MS Vasco de Gama
MS Vasco de Gama / CroisiEurope / Atelier Le Meridien
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Sun deck
Sun deck / CroisiEurope
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Dinner on MS La Belle de l'Adriatique
Dinner on MS La Belle de l'Adriatique / CroisiEurope
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Main dining room
Main dining room / CroisiEurope
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Lounge on MS Loire Princesse
Lounge on MS Loire Princesse / CroisiEurope
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Flamenco dancers
Flamenco dancers / CroisiEurope / Frantisek Zvardon
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MS Botticelli
MS Botticelli / CroisiEurope
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Suite on MS Camargue
Suite on MS Camargue / CroisiEurope
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Our Review

Family-owned and operated CroisiEurope was one of the first lines to pioneer Europe's rivers 40 years ago, and it now operates 50 ships in Europe, Asia, and — by the end of 2017 — Africa. The France-based family's third generation has taken the reigns of the cruise line, and they have added modern touches in decor that make the vessels feel fresh, while keeping the budget-friendly pricing. And, sure, you can sit and watch the scenery pass by from your balcony, but on board these river vessels (and two ocean-going ships), there are bustling bars and a laid-back sun deck, best enjoyed with a fine glass of French wine in hand.

What We Love

Shorter Sailings: Not everyone can settle in for a 10-day sailing, so the line's four- and five-day cruises are perfect for those who want a quick intro to a destination without having to worry about requesting extra time off work.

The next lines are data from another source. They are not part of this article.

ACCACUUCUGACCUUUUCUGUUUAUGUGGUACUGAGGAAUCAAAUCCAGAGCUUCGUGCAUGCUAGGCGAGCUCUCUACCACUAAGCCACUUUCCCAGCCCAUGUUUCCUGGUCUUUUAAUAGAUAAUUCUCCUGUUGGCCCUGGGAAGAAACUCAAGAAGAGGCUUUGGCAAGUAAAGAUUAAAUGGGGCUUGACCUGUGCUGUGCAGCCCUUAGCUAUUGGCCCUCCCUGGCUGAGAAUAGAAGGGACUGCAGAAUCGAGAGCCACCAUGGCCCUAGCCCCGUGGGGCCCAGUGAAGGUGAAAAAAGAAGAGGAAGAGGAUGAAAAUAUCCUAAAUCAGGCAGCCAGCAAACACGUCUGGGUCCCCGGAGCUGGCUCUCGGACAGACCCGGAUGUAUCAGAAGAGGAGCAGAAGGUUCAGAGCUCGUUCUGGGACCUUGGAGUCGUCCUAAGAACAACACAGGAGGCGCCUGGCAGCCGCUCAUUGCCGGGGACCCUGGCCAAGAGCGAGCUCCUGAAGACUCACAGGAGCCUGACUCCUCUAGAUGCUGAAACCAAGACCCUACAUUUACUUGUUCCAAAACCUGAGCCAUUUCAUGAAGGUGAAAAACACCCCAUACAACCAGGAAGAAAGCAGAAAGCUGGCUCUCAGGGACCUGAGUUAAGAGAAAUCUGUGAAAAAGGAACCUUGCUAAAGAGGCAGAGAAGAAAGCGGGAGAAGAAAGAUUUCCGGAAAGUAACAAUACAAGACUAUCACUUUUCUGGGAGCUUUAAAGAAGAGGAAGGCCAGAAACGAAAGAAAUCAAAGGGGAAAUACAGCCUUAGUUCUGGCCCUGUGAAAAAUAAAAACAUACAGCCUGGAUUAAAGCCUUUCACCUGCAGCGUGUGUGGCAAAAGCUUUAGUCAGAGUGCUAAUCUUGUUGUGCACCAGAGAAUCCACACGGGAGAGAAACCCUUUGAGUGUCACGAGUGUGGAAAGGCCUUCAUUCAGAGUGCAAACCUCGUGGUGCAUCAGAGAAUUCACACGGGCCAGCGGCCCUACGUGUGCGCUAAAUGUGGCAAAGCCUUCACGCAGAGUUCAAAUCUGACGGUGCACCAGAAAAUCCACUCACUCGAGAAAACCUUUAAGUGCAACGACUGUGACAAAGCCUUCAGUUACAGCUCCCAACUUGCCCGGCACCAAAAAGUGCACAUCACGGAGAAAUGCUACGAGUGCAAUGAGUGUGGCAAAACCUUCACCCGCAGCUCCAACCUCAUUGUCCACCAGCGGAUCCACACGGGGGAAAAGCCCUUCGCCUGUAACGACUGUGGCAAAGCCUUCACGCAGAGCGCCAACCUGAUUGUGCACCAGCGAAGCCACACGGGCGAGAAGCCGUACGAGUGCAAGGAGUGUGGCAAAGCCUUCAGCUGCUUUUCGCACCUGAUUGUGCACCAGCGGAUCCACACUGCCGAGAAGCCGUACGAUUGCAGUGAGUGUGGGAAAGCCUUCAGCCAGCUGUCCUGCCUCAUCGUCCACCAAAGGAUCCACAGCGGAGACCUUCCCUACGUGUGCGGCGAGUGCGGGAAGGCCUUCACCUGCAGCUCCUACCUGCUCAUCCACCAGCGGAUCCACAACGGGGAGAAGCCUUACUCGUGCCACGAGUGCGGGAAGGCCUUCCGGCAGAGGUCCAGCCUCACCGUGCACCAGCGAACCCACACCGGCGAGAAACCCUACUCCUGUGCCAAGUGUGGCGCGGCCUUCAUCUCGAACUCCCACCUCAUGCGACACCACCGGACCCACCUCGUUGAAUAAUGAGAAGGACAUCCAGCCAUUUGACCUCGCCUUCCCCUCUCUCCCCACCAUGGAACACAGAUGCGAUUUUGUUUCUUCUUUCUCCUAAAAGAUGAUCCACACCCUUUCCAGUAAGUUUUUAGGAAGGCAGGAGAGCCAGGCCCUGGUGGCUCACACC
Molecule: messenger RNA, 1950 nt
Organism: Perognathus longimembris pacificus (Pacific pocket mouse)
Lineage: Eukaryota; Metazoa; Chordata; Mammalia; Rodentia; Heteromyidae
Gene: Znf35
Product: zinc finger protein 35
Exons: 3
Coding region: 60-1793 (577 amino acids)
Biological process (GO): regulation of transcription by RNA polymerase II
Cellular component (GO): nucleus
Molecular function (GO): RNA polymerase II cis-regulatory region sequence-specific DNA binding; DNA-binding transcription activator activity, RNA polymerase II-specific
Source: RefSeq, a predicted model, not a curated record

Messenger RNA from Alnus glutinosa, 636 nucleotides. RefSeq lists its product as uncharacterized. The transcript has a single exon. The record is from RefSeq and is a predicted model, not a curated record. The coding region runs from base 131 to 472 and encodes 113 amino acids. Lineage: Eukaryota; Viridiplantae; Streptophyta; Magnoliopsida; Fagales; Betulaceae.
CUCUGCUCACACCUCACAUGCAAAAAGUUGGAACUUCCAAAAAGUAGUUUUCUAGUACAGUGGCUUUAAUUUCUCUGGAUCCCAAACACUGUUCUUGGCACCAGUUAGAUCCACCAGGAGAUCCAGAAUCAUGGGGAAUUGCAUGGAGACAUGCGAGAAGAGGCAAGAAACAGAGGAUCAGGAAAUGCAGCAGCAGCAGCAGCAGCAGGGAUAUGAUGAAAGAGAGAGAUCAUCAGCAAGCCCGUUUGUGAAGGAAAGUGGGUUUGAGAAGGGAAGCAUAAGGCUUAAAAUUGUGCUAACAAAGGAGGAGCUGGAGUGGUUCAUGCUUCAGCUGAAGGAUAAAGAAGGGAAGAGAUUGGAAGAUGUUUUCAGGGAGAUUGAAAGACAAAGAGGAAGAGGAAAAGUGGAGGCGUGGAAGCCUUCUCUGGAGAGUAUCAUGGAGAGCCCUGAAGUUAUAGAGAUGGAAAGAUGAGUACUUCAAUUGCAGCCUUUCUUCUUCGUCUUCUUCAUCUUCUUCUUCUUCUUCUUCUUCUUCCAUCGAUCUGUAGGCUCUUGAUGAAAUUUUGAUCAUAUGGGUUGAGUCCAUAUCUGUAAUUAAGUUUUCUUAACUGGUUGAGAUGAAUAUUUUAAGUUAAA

Lots of Options: There are many ways to tailor your cruise: You can choose a barge, a river vessel, or an ocean-going ship — which offer a variety of comfort levels (and price points). And if you’ve already navigated the Danube and the Rhine, CroisiEurope sails lesser known rivers, such as the Elbe in Germany; the Loire in France; and the Guadalquivir and Guadiana in Spain and Portugal.

Designer-Chic Rooms: The line's newer ships, such as the 96-passenger MS Loire Princesse and the 104-passenger MS Camargue, are decked out in designer wares thanks to CroisiEurope's exclusive partnership with Italian label Missoni Home — so expect colorful linens with signature zigzags.

Best Known For

Serious Value: Fares won't break the bank here like they will on some other river cruise lines — and still include tons of amenities: Wi-Fi, shore excursions, port taxes, all onboard meals, and an open bar (including wine and beer with lunch and dinner and house liquor). For an extra sweet deal, you can book far in advance or at the start or the end of a season.

Michelin-Star Cuisine: Chefs have trained with Alain Bohn (a member of the Maîtres Cuisiniers de France), serving three-course French fare for lunch and dinner that lives up to haute restaurant standards. You can expect impressively presented foie gras and roast rack of lamb accompanied by glasses of white and red wine. Desserts could include ile flottante and crepes suzette, as well as some specialties inspired by your itinerary.

Who It's Best For

Families: The family-owned company is one of the few that warmly welcomes children on board, providing triples, kid-friendly menus, and family cruises in Spain, Portugal, and Italy during summer.

First-Time River Cruisers: With its varying itinerary lengths and attractive prices, these cruises are perfect for travelers hesitant about trading large ocean liners for a more intimate ride on Europe's rivers.

Francophiles: If you have an international mindset, you’ll enjoy the company on this cruise. Most of the passengers hail from France and elsewhere in Europe, and are happy to help you brush up your language skills.

Don't Say We Didn't Warn You

Suites Are Limited: Ships are on the smaller side, accommodating fewer than 150 passengers end only some vessels have suites — which are spacious but lacking in luxurious amenities. Older ships don’t have French balconies (only portholes and picture windows).

One Menu: Unlike other ships, where you can order your appetizer, entree, and dessert from a menu, here, there’s only one choice for the three-course lunches and dinners. If you don’t care for what’s going to be served or have dietary restrictions, you can request an alternative (the sooner, the better).

English-Speakers Are A Minority: Each of the ships have their own way of accommodating English speakers, who, with some exceptions, will be fewer in number than the Europeans. Some ships hire private guides for the smaller group; on other ships, anglophones join a larger group, where announcements are made in two languages. At times, you’ll feel as if you’re a privileged few. Other times, you may feel overlooked (some of the activities, such as onboard lectures, aren’t translated into English).